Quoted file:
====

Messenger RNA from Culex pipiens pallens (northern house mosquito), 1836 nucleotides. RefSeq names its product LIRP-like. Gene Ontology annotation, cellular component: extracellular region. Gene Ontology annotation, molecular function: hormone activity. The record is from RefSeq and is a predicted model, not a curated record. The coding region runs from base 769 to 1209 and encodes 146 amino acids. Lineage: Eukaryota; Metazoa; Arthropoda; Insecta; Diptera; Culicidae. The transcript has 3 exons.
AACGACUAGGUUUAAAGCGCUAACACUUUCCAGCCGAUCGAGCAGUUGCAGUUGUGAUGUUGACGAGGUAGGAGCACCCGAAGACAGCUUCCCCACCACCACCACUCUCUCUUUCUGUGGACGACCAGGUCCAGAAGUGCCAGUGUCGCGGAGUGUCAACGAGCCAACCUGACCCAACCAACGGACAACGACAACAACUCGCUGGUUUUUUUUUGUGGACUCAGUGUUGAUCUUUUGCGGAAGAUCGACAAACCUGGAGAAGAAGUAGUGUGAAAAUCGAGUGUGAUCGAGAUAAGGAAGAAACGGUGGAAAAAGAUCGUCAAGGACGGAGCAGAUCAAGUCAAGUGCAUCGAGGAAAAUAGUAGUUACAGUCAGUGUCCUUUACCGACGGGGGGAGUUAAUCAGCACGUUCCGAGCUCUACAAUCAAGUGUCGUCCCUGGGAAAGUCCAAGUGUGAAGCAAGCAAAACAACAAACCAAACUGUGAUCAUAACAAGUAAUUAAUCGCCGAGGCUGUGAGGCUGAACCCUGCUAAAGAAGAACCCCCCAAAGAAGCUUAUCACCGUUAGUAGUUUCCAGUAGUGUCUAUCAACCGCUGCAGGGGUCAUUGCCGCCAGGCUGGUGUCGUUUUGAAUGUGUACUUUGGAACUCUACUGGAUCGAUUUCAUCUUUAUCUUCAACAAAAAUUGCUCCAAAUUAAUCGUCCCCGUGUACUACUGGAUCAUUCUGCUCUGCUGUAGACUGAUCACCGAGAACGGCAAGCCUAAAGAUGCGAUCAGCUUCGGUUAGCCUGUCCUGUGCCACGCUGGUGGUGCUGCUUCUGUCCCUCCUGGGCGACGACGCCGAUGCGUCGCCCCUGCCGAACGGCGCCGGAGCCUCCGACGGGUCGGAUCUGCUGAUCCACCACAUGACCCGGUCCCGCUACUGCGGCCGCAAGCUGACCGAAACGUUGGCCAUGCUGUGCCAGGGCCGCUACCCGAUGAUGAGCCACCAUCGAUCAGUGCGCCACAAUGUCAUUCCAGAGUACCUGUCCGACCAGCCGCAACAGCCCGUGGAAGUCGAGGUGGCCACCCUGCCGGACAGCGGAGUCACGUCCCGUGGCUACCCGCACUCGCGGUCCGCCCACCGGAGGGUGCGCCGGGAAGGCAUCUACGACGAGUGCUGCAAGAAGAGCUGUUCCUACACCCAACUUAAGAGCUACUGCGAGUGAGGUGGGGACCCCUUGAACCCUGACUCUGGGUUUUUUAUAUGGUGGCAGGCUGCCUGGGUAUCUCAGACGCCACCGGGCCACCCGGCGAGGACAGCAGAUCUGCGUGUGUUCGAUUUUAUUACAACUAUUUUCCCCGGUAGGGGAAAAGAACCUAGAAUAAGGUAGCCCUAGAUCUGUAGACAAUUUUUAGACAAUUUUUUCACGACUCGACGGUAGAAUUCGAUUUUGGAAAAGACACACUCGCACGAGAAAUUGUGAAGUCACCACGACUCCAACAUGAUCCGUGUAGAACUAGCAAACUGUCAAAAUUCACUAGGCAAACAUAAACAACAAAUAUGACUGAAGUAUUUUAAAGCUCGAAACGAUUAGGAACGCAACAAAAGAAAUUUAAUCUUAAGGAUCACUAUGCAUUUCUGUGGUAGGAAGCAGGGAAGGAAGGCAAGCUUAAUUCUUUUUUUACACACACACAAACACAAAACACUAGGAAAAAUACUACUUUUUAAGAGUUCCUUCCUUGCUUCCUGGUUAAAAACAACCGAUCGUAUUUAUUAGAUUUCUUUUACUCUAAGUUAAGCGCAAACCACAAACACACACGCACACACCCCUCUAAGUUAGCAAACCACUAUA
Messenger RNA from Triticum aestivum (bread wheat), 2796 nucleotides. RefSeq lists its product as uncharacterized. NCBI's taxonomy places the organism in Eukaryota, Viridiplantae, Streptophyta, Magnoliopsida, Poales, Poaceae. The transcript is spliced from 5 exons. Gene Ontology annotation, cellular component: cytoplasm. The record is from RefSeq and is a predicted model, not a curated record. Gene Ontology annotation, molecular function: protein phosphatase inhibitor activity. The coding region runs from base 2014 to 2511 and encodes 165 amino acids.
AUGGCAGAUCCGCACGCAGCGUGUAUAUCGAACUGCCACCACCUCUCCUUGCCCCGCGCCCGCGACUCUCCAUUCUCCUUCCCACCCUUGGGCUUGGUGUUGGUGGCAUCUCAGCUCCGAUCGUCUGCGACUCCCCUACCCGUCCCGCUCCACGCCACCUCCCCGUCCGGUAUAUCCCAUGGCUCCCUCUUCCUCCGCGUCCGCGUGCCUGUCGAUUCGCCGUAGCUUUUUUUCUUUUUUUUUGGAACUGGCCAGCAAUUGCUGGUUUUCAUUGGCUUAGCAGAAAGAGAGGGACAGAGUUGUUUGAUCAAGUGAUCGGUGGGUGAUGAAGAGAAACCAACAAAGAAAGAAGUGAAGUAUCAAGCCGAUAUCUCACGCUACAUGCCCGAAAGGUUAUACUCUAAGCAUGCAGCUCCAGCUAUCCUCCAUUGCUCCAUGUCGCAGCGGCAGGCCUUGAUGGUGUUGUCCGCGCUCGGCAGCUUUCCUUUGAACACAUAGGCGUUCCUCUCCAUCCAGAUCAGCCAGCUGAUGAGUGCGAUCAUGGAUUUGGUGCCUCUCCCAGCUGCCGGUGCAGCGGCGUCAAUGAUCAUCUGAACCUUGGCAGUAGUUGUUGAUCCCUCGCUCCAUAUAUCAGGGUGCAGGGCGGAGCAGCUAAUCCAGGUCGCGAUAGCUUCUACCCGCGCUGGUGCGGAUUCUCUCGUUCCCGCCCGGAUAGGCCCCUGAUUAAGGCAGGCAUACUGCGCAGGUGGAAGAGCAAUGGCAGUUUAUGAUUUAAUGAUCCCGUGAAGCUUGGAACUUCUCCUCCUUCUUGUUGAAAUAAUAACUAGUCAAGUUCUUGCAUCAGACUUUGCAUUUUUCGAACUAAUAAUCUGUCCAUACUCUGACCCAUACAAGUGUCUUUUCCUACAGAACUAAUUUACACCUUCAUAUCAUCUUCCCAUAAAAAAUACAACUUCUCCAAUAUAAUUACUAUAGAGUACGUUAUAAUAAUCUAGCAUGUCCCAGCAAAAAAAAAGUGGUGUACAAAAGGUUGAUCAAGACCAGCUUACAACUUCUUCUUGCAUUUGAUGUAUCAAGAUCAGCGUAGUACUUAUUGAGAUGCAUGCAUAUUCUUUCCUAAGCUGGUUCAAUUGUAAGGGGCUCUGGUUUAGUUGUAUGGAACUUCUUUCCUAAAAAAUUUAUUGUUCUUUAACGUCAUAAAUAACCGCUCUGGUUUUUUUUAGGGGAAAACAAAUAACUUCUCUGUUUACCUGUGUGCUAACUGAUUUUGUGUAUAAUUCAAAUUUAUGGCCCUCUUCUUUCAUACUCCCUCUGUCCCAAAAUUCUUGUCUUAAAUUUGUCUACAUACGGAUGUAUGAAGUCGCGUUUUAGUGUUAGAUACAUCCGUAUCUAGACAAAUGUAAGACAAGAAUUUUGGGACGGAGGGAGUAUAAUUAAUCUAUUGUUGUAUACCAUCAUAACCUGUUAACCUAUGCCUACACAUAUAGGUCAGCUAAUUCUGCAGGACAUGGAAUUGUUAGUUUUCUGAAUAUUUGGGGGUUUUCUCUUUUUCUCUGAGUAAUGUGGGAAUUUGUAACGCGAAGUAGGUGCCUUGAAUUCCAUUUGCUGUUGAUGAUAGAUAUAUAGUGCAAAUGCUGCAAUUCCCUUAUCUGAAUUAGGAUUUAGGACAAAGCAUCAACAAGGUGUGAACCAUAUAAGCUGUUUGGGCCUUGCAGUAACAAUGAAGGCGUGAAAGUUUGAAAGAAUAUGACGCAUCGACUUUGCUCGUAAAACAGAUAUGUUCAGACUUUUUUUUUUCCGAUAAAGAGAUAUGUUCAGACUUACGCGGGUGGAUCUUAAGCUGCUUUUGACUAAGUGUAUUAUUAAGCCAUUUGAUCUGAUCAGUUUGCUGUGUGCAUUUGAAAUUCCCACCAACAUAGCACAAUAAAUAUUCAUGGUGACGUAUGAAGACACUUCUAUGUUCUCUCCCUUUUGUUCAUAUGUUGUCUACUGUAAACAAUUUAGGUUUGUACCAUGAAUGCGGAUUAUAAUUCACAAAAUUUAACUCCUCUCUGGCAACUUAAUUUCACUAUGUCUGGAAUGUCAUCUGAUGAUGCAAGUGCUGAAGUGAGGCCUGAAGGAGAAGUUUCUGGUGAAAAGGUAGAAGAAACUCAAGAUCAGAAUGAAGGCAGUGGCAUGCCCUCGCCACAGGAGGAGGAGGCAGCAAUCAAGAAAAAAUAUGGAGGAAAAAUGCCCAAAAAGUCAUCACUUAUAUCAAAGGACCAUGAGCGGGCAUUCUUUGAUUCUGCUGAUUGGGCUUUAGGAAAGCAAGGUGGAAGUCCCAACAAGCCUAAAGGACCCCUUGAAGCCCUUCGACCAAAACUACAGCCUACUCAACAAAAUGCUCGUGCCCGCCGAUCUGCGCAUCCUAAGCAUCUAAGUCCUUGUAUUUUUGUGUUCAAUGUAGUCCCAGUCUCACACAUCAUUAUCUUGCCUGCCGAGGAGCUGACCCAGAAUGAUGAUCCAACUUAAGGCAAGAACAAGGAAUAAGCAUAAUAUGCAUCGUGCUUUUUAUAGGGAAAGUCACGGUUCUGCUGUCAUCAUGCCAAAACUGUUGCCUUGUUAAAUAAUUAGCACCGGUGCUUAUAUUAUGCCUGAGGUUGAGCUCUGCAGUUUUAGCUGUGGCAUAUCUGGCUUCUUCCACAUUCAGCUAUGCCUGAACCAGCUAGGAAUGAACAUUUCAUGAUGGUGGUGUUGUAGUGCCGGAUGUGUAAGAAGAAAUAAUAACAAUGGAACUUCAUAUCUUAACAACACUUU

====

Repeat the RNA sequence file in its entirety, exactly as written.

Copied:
Messenger RNA from Culex pipiens pallens (northern house mosquito), 1836 nucleotides. RefSeq names its product LIRP-like. Gene Ontology annotation, cellular component: extracellular region. Gene Ontology annotation, molecular function: hormone activity. The record is from RefSeq and is a predicted model, not a curated record. The coding region runs from base 769 to 1209 and encodes 146 amino acids. Lineage: Eukaryota; Metazoa; Arthropoda; Insecta; Diptera; Culicidae. The transcript has 3 exons.
AACGACUAGGUUUAAAGCGCUAACACUUUCCAGCCGAUCGAGCAGUUGCAGUUGUGAUGUUGACGAGGUAGGAGCACCCGAAGACAGCUUCCCCACCACCACCACUCUCUCUUUCUGUGGACGACCAGGUCCAGAAGUGCCAGUGUCGCGGAGUGUCAACGAGCCAACCUGACCCAACCAACGGACAACGACAACAACUCGCUGGUUUUUUUUUGUGGACUCAGUGUUGAUCUUUUGCGGAAGAUCGACAAACCUGGAGAAGAAGUAGUGUGAAAAUCGAGUGUGAUCGAGAUAAGGAAGAAACGGUGGAAAAAGAUCGUCAAGGACGGAGCAGAUCAAGUCAAGUGCAUCGAGGAAAAUAGUAGUUACAGUCAGUGUCCUUUACCGACGGGGGGAGUUAAUCAGCACGUUCCGAGCUCUACAAUCAAGUGUCGUCCCUGGGAAAGUCCAAGUGUGAAGCAAGCAAAACAACAAACCAAACUGUGAUCAUAACAAGUAAUUAAUCGCCGAGGCUGUGAGGCUGAACCCUGCUAAAGAAGAACCCCCCAAAGAAGCUUAUCACCGUUAGUAGUUUCCAGUAGUGUCUAUCAACCGCUGCAGGGGUCAUUGCCGCCAGGCUGGUGUCGUUUUGAAUGUGUACUUUGGAACUCUACUGGAUCGAUUUCAUCUUUAUCUUCAACAAAAAUUGCUCCAAAUUAAUCGUCCCCGUGUACUACUGGAUCAUUCUGCUCUGCUGUAGACUGAUCACCGAGAACGGCAAGCCUAAAGAUGCGAUCAGCUUCGGUUAGCCUGUCCUGUGCCACGCUGGUGGUGCUGCUUCUGUCCCUCCUGGGCGACGACGCCGAUGCGUCGCCCCUGCCGAACGGCGCCGGAGCCUCCGACGGGUCGGAUCUGCUGAUCCACCACAUGACCCGGUCCCGCUACUGCGGCCGCAAGCUGACCGAAACGUUGGCCAUGCUGUGCCAGGGCCGCUACCCGAUGAUGAGCCACCAUCGAUCAGUGCGCCACAAUGUCAUUCCAGAGUACCUGUCCGACCAGCCGCAACAGCCCGUGGAAGUCGAGGUGGCCACCCUGCCGGACAGCGGAGUCACGUCCCGUGGCUACCCGCACUCGCGGUCCGCCCACCGGAGGGUGCGCCGGGAAGGCAUCUACGACGAGUGCUGCAAGAAGAGCUGUUCCUACACCCAACUUAAGAGCUACUGCGAGUGAGGUGGGGACCCCUUGAACCCUGACUCUGGGUUUUUUAUAUGGUGGCAGGCUGCCUGGGUAUCUCAGACGCCACCGGGCCACCCGGCGAGGACAGCAGAUCUGCGUGUGUUCGAUUUUAUUACAACUAUUUUCCCCGGUAGGGGAAAAGAACCUAGAAUAAGGUAGCCCUAGAUCUGUAGACAAUUUUUAGACAAUUUUUUCACGACUCGACGGUAGAAUUCGAUUUUGGAAAAGACACACUCGCACGAGAAAUUGUGAAGUCACCACGACUCCAACAUGAUCCGUGUAGAACUAGCAAACUGUCAAAAUUCACUAGGCAAACAUAAACAACAAAUAUGACUGAAGUAUUUUAAAGCUCGAAACGAUUAGGAACGCAACAAAAGAAAUUUAAUCUUAAGGAUCACUAUGCAUUUCUGUGGUAGGAAGCAGGGAAGGAAGGCAAGCUUAAUUCUUUUUUUACACACACACAAACACAAAACACUAGGAAAAAUACUACUUUUUAAGAGUUCCUUCCUUGCUUCCUGGUUAAAAACAACCGAUCGUAUUUAUUAGAUUUCUUUUACUCUAAGUUAAGCGCAAACCACAAACACACACGCACACACCCCUCUAAGUUAGCAAACCACUAUA
Messenger RNA from Triticum aestivum (bread wheat), 2796 nucleotides. RefSeq lists its product as uncharacterized. NCBI's taxonomy places the organism in Eukaryota, Viridiplantae, Streptophyta, Magnoliopsida, Poales, Poaceae. The transcript is spliced from 5 exons. Gene Ontology annotation, cellular component: cytoplasm. The record is from RefSeq and is a predicted model, not a curated record. Gene Ontology annotation, molecular function: protein phosphatase inhibitor activity. The coding region runs from base 2014 to 2511 and encodes 165 amino acids.
AUGGCAGAUCCGCACGCAGCGUGUAUAUCGAACUGCCACCACCUCUCCUUGCCCCGCGCCCGCGACUCUCCAUUCUCCUUCCCACCCUUGGGCUUGGUGUUGGUGGCAUCUCAGCUCCGAUCGUCUGCGACUCCCCUACCCGUCCCGCUCCACGCCACCUCCCCGUCCGGUAUAUCCCAUGGCUCCCUCUUCCUCCGCGUCCGCGUGCCUGUCGAUUCGCCGUAGCUUUUUUUCUUUUUUUUUGGAACUGGCCAGCAAUUGCUGGUUUUCAUUGGCUUAGCAGAAAGAGAGGGACAGAGUUGUUUGAUCAAGUGAUCGGUGGGUGAUGAAGAGAAACCAACAAAGAAAGAAGUGAAGUAUCAAGCCGAUAUCUCACGCUACAUGCCCGAAAGGUUAUACUCUAAGCAUGCAGCUCCAGCUAUCCUCCAUUGCUCCAUGUCGCAGCGGCAGGCCUUGAUGGUGUUGUCCGCGCUCGGCAGCUUUCCUUUGAACACAUAGGCGUUCCUCUCCAUCCAGAUCAGCCAGCUGAUGAGUGCGAUCAUGGAUUUGGUGCCUCUCCCAGCUGCCGGUGCAGCGGCGUCAAUGAUCAUCUGAACCUUGGCAGUAGUUGUUGAUCCCUCGCUCCAUAUAUCAGGGUGCAGGGCGGAGCAGCUAAUCCAGGUCGCGAUAGCUUCUACCCGCGCUGGUGCGGAUUCUCUCGUUCCCGCCCGGAUAGGCCCCUGAUUAAGGCAGGCAUACUGCGCAGGUGGAAGAGCAAUGGCAGUUUAUGAUUUAAUGAUCCCGUGAAGCUUGGAACUUCUCCUCCUUCUUGUUGAAAUAAUAACUAGUCAAGUUCUUGCAUCAGACUUUGCAUUUUUCGAACUAAUAAUCUGUCCAUACUCUGACCCAUACAAGUGUCUUUUCCUACAGAACUAAUUUACACCUUCAUAUCAUCUUCCCAUAAAAAAUACAACUUCUCCAAUAUAAUUACUAUAGAGUACGUUAUAAUAAUCUAGCAUGUCCCAGCAAAAAAAAAGUGGUGUACAAAAGGUUGAUCAAGACCAGCUUACAACUUCUUCUUGCAUUUGAUGUAUCAAGAUCAGCGUAGUACUUAUUGAGAUGCAUGCAUAUUCUUUCCUAAGCUGGUUCAAUUGUAAGGGGCUCUGGUUUAGUUGUAUGGAACUUCUUUCCUAAAAAAUUUAUUGUUCUUUAACGUCAUAAAUAACCGCUCUGGUUUUUUUUAGGGGAAAACAAAUAACUUCUCUGUUUACCUGUGUGCUAACUGAUUUUGUGUAUAAUUCAAAUUUAUGGCCCUCUUCUUUCAUACUCCCUCUGUCCCAAAAUUCUUGUCUUAAAUUUGUCUACAUACGGAUGUAUGAAGUCGCGUUUUAGUGUUAGAUACAUCCGUAUCUAGACAAAUGUAAGACAAGAAUUUUGGGACGGAGGGAGUAUAAUUAAUCUAUUGUUGUAUACCAUCAUAACCUGUUAACCUAUGCCUACACAUAUAGGUCAGCUAAUUCUGCAGGACAUGGAAUUGUUAGUUUUCUGAAUAUUUGGGGGUUUUCUCUUUUUCUCUGAGUAAUGUGGGAAUUUGUAACGCGAAGUAGGUGCCUUGAAUUCCAUUUGCUGUUGAUGAUAGAUAUAUAGUGCAAAUGCUGCAAUUCCCUUAUCUGAAUUAGGAUUUAGGACAAAGCAUCAACAAGGUGUGAACCAUAUAAGCUGUUUGGGCCUUGCAGUAACAAUGAAGGCGUGAAAGUUUGAAAGAAUAUGACGCAUCGACUUUGCUCGUAAAACAGAUAUGUUCAGACUUUUUUUUUUCCGAUAAAGAGAUAUGUUCAGACUUACGCGGGUGGAUCUUAAGCUGCUUUUGACUAAGUGUAUUAUUAAGCCAUUUGAUCUGAUCAGUUUGCUGUGUGCAUUUGAAAUUCCCACCAACAUAGCACAAUAAAUAUUCAUGGUGACGUAUGAAGACACUUCUAUGUUCUCUCCCUUUUGUUCAUAUGUUGUCUACUGUAAACAAUUUAGGUUUGUACCAUGAAUGCGGAUUAUAAUUCACAAAAUUUAACUCCUCUCUGGCAACUUAAUUUCACUAUGUCUGGAAUGUCAUCUGAUGAUGCAAGUGCUGAAGUGAGGCCUGAAGGAGAAGUUUCUGGUGAAAAGGUAGAAGAAACUCAAGAUCAGAAUGAAGGCAGUGGCAUGCCCUCGCCACAGGAGGAGGAGGCAGCAAUCAAGAAAAAAUAUGGAGGAAAAAUGCCCAAAAAGUCAUCACUUAUAUCAAAGGACCAUGAGCGGGCAUUCUUUGAUUCUGCUGAUUGGGCUUUAGGAAAGCAAGGUGGAAGUCCCAACAAGCCUAAAGGACCCCUUGAAGCCCUUCGACCAAAACUACAGCCUACUCAACAAAAUGCUCGUGCCCGCCGAUCUGCGCAUCCUAAGCAUCUAAGUCCUUGUAUUUUUGUGUUCAAUGUAGUCCCAGUCUCACACAUCAUUAUCUUGCCUGCCGAGGAGCUGACCCAGAAUGAUGAUCCAACUUAAGGCAAGAACAAGGAAUAAGCAUAAUAUGCAUCGUGCUUUUUAUAGGGAAAGUCACGGUUCUGCUGUCAUCAUGCCAAAACUGUUGCCUUGUUAAAUAAUUAGCACCGGUGCUUAUAUUAUGCCUGAGGUUGAGCUCUGCAGUUUUAGCUGUGGCAUAUCUGGCUUCUUCCACAUUCAGCUAUGCCUGAACCAGCUAGGAAUGAACAUUUCAUGAUGGUGGUGUUGUAGUGCCGGAUGUGUAAGAAGAAAUAAUAACAAUGGAACUUCAUAUCUUAACAACACUUU